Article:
From Pearl Harbor, HI — 02/23/2010
First, I'd like to note that I'm an officer, specifically a Surface Warfare Officer (which I'm almost positive is, by far, the largest officer community not just in the Navy, but in the entire American military). I've read some of the other responses here, most of which are from enlisteds. I'll admit freely - life between officers and enlisteds is significantly different. Officers get a lot more pay, responsibilities, respect, and generally have longer hours. I will be reviewing life as an officer - trying to review officer life in general, but again, I'm a SWO. If you're considering enlisting, good for you, but don't put too much weight into this review.
Pay - Coming right out of college, pay is tremendous. The low $30K pay for an engineering major isn't anything to brag about, but bear in mind that the Navy gives you allowances for food and housing. Aside from the fact that you pay for your own uniform (enlisteds don't), all of your pay after taxes can be spent for whatever you want. I have friends in college that have pretty much the same salary as me and although they aren't struggling financially, they don't have the discretionary income that I do since much of their money goes right into food and housing.
Respect - Most people on the street have the utmost respect for military personnel, especially officers. As a lower-level officer, you immediately outrank all enlisteds. I'm not saying that's fair, but that's the honest truth. The rules of fraternization make it so you can never really be friends with enlisteds per se, but they have to at least pretend to respect you. Many enlisted personnel do hold grudges against officers in general, and rightfully so - there are some bad ones out there. But for the most part, if you do a decent job, you'll get respect. Being in the Navy is not an easy job, and it's a volunteer military. Most people around you respect you for defending your country.
Benefits - Top notch. Full health care, 30 paid days off a year, use of military discounts, access to USAA, and the best retirement plan I've ever seen. If you make a career, i.e. 20 years, out of the Navy, you get half of your pay for the rest of your life after you retire. And if you do it for 25 years, 75% of your pay. Guaranteed by the US government. Unless our economy tanks so much that the government pretty much ceases to exist, no recession can touch your pension. Plus, the GI bill is awesome, and depending on what you do, the Navy might pay for another degree. I'm hoping to get an MBA from an Ivy League school in the next couple of years on the Navy's dime, and I don't think that's an unrealistic plan.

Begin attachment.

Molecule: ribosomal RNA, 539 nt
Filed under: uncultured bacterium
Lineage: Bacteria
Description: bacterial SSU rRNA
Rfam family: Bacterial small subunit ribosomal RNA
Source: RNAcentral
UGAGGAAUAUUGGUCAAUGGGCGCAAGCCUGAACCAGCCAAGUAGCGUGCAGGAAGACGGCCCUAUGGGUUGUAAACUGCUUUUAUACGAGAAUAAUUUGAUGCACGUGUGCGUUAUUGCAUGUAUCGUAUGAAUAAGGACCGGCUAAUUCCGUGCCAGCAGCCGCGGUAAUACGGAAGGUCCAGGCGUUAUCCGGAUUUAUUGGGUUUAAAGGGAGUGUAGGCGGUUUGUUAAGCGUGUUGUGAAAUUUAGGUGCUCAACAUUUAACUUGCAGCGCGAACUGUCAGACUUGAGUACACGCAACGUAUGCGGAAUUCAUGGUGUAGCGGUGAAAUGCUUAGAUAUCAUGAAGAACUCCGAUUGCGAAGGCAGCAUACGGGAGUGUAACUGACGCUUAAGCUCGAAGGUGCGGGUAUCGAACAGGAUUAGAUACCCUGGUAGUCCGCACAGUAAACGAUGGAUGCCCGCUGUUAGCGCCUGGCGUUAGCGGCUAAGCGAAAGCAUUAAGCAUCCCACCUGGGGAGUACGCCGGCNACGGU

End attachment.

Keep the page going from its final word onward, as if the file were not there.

Job Security - Realistically, if you don't make lieutenant commander (third promotion) by 10 years or so, the Navy will whisk you out. Be sure to keep on studying and get whatever certifications you need. For an SWO, get that SWO pin. If you don't, you're pretty screwed. But if you keep up with it, your job is secure. I won't claim that it's the safest profession in the world, but that's a given.
Work/Life Balance - Biggest negative by far. While you're out at sea, 14-hour days six or seven days a week are luxuries. I always managed to have time to do what I needed to do, work out, and sleep enough, but that's pretty much it. Life while stationed at land is pretty much like a regular job, 8-9 hour a day, MF. But you'll be out at sea probably about half of the year, depending on what specifically you do. SWOs work very long hours. Plus, the Navy owns you; if something comes up where you need to work longer hours, or be deployed longer, you either do as you're told or find yourself arrested. Showing up late to work is literally a crime. They won't prosecute unless it's a very regular occurrence, but this is *not* a job you can quit from or make intentional gaffes.
Career Potential/Growth - If you stick around, you can have a great, prestigious career. And if you don't, you'll learn valuable skills and make great contacts. If you do your four years and leave, having "US Navy Officer" on your resume can get you a much better job than some other random 27-year old.
Location - Frankly, you get little say in where the Navy puts you. And you're on a boat a lot. If you don't like boats, um, don't join the Navy.
Co-worker Competence: Most people know what they're doing. Some don't. A few people sign up for the Navy and hate it, doing a poor job and waiting for their contract to run out. Overall though, I'd say people are good.
Work Environment - High stress, long hours, uber-competitive, lots of yelling and crazy rules. I realize the necessity for this particular environment, but even though I plan to make a career out of it, I'd be lying if I said I was a fan of the culture.